Hands-On Experience Prepares York College Nursing Students for Real-Life Challenges
York College graduates Elizabeth “Liz” Shreve ’21 and Robert Foster ’20 say their clinical and patient care experience gave them a leg up and bolstered their confidence as new nurses.
Elizabeth “Liz” Shreve ’21 was terrified. It was her first day at her first job out of college. She was no longer a student, intern, or shadow. She was a nurse in the UPMC Harrisburg Emergency Department in the middle of a pandemic. As she went through the new employee orientation and training, a new feeling emerged from her fear: confidence.
She’d already learned about topics they were covering, like advanced cardiac life support. The clinical experiences she’d had through the York College of Pennsylvania Nursing program gave her a leg up compared to her peers. “Once I saw it was similar to experiences I’ve had before, I said, ‘Okay, I can do this,’ ” she says. “I’ve been prepared for this.”
With an emphasis on clinical experiences, simulations, opportunities to hone hands-on skills, and a new focus on resilience and self-care, York College of Pennsylvania’s Nursing program prepares graduates to confidently step out of the classroom and into the real world.
Graduating during a pandemic
Robert Foster ’20 saw the impact of COVID-19 first-hand as a nurse extern at Johns Hopkins Adult Emergency Department. “You couldn’t really be prepared for what COVID brought,” he says.
Foster didn’t get to have an in-person graduation, but the Nursing professors made sure that, despite the pandemic, he and his classmates got the critical clinical hours and varied clinical experience that sets York College’s program apart.
That experience helped shape him into a leader among peers. A year after graduating, he’s now an ER nurse and clinical instructor. “I felt very confident,” he says. “Clinically, I just had more experience.”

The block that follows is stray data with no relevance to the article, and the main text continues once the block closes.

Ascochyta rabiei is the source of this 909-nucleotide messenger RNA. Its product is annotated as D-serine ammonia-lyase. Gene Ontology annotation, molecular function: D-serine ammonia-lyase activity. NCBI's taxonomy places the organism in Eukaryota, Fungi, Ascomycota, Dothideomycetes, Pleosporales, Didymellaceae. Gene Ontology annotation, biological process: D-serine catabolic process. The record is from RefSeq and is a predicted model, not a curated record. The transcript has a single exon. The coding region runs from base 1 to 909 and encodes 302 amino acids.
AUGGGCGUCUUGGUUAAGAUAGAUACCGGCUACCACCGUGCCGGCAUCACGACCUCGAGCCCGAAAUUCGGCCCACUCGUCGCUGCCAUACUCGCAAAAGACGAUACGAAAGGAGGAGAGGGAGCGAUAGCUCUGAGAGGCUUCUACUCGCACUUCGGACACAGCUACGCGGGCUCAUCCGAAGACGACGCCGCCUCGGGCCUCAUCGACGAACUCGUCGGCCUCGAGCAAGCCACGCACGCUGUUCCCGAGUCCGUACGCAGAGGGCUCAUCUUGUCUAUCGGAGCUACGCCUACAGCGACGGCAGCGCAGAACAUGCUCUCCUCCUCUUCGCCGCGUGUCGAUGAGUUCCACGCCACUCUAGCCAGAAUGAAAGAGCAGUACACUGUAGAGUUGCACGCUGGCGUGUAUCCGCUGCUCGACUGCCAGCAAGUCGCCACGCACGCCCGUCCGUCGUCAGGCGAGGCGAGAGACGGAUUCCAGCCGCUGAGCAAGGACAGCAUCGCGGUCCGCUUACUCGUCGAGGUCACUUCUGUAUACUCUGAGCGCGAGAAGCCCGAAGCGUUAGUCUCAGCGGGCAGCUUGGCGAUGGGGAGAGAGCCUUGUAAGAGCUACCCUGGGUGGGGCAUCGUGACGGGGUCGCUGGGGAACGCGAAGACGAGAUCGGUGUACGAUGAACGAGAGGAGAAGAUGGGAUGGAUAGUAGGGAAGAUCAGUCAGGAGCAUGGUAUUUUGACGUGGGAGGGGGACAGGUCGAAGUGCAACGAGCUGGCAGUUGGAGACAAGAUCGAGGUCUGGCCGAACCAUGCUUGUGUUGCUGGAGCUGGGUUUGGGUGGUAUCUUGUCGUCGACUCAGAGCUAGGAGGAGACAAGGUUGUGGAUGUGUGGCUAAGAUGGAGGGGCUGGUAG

Base knowledge and nursing skills are important, but learning how to interact with patients is essential to a nurse’s success—and that’s developed through experience.
“We had a lot of clinical hours, so I was around patients all the time,” he says. “We were actually in the hospitals interacting with nurses and patients and the care team.”
Adapting to a new reality
The pandemic changed many aspects of college life, but for Nursing students, the impact goes well beyond temporarily learning on Zoom. Their chosen profession looks different now than it did just a few years ago, and professors in York College’s Nursing program are quickly adapting to make sure their students are ready.
When the pandemic temporarily halted in-person learning, professors quickly pivoted. “They kept us engaged. Learning through online clinicals, online simulations, and in-depth case studies prepared you for the real world, as well,” Shreve says. “They handled it well.”
The program’s emphasis remains on clinical experience, simulations, and an end-of-program immersion experience, but they’ve revamped curriculum to increase the amount of medical/surgical nursing, allowing students greater opportunity for honing hands-on skills and management of complex patients, says Associate Professor Carrie Pucino. “COVID will slowly fade from the news and public view,” she says, “but healthcare will be dealing with COVID much longer.”
Making a difference
Both Shreve and Foster were drawn to York College for its nursing school’s reputation, and they weren’t disappointed. “I’m so thankful for my professors at York College and how supportive they are,” Foster says. “If I had to go to nursing school again, I would definitely choose York and I would definitely recommend it to any Nursing major.”
The size and scope of York College’s program allowed Shreve to thrive. “It’s large enough to offer a wide variety of valuable clinical experiences yet small enough for students and faculty to work closely together,” Pucino says. “It was like a little family,” Shreve adds.
Despite the challenges of entering the healthcare field during a pandemic, both recent York College graduates can’t imagine doing anything else.
Shreve was first drawn to nursing when her grandmother was in the hospital. She was so impressed with the nurses that she knew she wanted to be just like them. Now her grandmother tells her how proud she is of her every day—that she was born to do this.
“Being able to impact someone’s life for even just a little bit of time while they’re in the emergency department,” Shreve says, “I just love that I’m able to help and do that.”
Foster agrees. “Even though it’s stressful as heck, I’m so thankful I got into nursing,” he says. “If I can make a positive impact on one person, that’s what I do it for.”